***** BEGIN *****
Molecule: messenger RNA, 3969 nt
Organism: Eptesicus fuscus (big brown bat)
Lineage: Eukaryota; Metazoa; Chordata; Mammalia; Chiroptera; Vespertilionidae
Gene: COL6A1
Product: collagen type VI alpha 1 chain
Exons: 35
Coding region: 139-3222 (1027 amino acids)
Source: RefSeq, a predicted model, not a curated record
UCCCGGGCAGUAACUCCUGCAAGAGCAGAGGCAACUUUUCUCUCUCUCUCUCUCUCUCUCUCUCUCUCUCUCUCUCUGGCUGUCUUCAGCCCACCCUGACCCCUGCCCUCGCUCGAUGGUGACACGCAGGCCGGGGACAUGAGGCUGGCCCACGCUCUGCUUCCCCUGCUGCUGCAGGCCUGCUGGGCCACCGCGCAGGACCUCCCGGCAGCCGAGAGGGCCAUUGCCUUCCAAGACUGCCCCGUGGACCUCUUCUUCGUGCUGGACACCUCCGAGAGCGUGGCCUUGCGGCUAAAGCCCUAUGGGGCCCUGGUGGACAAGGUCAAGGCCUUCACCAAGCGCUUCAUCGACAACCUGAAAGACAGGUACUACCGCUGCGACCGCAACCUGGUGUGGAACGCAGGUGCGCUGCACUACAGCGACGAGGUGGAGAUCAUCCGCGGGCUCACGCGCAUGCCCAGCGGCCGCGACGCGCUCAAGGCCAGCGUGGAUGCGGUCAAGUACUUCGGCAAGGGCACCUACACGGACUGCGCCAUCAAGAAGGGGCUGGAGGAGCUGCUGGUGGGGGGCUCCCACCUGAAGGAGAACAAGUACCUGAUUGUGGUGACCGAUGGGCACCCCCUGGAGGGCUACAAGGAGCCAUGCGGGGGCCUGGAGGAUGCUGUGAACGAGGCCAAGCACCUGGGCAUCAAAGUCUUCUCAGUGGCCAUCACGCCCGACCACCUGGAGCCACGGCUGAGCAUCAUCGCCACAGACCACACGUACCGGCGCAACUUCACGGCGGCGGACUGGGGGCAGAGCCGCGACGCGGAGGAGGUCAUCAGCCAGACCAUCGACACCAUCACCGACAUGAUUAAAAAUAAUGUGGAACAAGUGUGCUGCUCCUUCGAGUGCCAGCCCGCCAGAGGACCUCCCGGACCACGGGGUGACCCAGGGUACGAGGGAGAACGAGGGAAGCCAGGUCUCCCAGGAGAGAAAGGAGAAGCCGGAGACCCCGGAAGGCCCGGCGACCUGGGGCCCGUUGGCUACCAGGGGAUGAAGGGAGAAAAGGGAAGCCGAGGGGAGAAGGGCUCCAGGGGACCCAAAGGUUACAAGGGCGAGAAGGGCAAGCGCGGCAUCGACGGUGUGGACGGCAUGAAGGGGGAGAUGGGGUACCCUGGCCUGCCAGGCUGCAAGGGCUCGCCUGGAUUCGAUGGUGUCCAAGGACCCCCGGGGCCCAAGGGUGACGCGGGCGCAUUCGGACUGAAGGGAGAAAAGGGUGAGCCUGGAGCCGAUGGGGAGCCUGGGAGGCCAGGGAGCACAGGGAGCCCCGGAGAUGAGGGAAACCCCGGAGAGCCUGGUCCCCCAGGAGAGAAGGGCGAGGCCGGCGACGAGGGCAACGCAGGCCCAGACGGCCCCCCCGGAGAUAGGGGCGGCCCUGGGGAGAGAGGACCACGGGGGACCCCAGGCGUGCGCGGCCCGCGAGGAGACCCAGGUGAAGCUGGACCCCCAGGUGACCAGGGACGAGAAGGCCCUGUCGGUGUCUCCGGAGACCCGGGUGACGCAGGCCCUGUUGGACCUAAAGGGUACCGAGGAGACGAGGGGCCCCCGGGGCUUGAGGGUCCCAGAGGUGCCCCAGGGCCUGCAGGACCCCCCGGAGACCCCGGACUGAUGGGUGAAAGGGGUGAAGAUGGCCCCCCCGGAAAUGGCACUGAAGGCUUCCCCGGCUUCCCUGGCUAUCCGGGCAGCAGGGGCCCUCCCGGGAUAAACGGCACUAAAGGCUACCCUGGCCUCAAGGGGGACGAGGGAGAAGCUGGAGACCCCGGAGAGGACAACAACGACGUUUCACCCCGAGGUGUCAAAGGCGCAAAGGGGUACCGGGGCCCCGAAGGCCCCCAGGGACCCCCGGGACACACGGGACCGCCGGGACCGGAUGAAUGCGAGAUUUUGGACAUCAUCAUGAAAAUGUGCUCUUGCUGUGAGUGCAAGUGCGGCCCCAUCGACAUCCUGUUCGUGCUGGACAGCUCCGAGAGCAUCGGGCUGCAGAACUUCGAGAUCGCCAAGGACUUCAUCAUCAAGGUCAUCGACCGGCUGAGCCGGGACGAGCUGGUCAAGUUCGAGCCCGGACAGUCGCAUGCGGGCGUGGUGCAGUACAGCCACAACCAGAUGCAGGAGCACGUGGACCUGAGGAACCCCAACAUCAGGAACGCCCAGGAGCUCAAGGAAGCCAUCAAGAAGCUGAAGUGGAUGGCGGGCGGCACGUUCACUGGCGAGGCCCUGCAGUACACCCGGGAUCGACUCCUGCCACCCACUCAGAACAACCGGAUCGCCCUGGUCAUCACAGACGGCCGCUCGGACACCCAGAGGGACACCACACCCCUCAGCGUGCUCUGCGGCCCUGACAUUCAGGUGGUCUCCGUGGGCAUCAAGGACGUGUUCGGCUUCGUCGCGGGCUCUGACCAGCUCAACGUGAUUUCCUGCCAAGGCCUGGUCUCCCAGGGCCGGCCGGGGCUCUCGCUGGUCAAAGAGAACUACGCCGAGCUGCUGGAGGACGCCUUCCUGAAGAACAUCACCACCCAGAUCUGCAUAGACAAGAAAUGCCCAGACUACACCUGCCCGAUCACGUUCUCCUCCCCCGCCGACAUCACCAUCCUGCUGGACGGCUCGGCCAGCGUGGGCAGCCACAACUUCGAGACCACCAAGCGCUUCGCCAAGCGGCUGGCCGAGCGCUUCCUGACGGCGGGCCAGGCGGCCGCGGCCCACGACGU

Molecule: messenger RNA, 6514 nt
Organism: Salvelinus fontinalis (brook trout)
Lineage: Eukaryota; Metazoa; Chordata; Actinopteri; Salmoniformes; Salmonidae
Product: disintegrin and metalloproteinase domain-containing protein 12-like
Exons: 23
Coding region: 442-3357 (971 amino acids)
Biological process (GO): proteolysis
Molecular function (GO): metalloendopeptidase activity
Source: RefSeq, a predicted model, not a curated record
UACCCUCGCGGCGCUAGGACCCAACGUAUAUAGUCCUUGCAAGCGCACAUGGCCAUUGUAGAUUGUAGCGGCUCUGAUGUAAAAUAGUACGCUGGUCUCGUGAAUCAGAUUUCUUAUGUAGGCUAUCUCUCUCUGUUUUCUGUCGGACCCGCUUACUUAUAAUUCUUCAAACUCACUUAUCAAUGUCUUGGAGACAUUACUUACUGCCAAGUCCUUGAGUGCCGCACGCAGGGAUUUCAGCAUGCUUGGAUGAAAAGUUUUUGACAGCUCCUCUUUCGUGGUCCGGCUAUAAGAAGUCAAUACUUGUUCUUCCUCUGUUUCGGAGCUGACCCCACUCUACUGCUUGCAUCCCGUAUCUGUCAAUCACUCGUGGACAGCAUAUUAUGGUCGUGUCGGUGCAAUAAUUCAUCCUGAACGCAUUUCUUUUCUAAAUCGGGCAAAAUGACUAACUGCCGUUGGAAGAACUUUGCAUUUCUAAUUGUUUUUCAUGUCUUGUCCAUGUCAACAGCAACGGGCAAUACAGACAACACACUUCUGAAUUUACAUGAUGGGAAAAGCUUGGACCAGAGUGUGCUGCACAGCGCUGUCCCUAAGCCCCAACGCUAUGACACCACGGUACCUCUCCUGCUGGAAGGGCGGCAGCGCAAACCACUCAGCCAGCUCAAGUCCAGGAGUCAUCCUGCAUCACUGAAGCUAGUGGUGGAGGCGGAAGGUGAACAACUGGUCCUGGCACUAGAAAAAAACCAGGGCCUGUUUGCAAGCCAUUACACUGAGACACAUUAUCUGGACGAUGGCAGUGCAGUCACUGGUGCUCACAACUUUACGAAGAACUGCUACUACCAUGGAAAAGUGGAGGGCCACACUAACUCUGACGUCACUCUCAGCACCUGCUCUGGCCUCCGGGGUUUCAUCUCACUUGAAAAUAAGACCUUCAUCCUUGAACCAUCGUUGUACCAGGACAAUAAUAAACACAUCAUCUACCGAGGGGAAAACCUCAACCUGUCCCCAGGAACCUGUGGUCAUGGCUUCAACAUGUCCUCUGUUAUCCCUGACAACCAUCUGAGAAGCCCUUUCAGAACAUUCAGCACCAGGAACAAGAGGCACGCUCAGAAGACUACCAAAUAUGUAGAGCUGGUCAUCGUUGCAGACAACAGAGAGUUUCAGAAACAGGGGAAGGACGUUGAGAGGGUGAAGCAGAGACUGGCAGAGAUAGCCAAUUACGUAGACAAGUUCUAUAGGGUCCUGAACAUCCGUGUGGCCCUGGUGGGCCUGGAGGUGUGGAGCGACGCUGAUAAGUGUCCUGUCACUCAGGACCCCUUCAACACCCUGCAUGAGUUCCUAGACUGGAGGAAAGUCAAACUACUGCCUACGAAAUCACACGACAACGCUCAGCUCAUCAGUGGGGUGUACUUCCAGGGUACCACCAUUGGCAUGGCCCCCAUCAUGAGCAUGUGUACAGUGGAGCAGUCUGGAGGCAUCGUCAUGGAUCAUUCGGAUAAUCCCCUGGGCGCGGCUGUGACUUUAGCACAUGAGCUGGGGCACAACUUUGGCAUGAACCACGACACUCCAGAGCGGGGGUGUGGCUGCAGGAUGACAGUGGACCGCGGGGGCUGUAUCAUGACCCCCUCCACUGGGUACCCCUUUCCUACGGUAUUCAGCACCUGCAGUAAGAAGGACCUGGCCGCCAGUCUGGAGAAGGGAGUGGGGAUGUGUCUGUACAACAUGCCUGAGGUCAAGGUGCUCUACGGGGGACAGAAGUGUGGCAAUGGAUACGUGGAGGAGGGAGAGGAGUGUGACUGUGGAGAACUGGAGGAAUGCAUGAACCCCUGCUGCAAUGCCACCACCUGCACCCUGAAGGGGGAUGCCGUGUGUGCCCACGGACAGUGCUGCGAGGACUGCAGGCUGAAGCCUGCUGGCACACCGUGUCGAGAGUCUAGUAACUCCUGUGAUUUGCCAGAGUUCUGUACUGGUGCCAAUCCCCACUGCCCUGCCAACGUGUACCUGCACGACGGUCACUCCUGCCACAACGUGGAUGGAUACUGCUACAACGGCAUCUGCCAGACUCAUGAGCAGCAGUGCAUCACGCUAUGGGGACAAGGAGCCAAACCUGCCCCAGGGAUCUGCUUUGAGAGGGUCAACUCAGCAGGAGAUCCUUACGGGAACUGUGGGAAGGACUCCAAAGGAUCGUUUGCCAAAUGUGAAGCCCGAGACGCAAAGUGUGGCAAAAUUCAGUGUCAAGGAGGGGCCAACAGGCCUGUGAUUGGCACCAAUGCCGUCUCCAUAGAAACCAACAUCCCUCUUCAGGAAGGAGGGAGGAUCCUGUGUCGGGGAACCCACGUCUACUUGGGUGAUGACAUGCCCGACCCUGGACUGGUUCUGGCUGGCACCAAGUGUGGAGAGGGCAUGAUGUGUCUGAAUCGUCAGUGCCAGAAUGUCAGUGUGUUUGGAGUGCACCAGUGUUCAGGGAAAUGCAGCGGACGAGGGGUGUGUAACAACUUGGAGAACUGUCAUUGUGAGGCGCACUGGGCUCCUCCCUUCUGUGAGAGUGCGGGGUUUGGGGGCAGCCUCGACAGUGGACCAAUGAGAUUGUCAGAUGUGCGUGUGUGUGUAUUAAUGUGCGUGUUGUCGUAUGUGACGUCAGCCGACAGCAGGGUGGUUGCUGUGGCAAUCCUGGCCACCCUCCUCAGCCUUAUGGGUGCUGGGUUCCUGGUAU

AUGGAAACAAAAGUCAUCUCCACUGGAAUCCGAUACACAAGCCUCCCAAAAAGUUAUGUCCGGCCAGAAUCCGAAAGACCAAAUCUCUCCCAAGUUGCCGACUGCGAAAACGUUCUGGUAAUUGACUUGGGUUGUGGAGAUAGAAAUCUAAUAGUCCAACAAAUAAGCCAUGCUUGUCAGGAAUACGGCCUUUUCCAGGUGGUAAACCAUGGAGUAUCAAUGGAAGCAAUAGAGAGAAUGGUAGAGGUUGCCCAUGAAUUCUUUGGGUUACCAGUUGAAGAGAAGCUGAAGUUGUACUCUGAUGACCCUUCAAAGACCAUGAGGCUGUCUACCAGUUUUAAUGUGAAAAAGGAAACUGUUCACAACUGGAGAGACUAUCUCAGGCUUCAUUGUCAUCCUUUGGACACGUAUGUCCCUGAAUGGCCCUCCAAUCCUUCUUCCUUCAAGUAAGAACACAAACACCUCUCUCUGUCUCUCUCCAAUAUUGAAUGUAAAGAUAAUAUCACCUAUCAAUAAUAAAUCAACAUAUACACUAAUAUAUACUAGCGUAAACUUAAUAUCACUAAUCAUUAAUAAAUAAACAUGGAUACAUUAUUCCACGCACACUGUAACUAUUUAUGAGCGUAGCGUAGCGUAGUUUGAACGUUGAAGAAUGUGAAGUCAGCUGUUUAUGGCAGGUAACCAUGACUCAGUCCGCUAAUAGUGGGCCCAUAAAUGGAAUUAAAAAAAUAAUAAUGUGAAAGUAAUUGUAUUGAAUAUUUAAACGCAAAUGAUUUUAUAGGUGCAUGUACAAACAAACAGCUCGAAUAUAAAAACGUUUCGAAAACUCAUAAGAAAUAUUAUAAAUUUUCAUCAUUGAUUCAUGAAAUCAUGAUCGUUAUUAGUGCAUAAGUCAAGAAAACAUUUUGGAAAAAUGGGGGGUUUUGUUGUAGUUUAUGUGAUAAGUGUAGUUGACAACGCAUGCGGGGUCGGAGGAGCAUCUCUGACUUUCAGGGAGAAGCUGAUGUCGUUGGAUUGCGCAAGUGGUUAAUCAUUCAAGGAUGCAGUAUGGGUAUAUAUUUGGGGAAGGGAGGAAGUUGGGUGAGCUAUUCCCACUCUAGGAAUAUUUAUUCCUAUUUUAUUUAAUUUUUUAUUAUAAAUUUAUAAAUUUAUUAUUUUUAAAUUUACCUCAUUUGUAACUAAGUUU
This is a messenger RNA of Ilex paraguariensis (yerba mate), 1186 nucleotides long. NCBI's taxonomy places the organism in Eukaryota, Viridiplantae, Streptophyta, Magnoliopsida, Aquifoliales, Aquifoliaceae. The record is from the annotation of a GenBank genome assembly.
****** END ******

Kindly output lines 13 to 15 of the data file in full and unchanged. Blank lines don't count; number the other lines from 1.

Product: disintegrin and metalloproteinase domain-containing protein 12-like
Exons: 23
Coding region: 442-3357 (971 amino acids)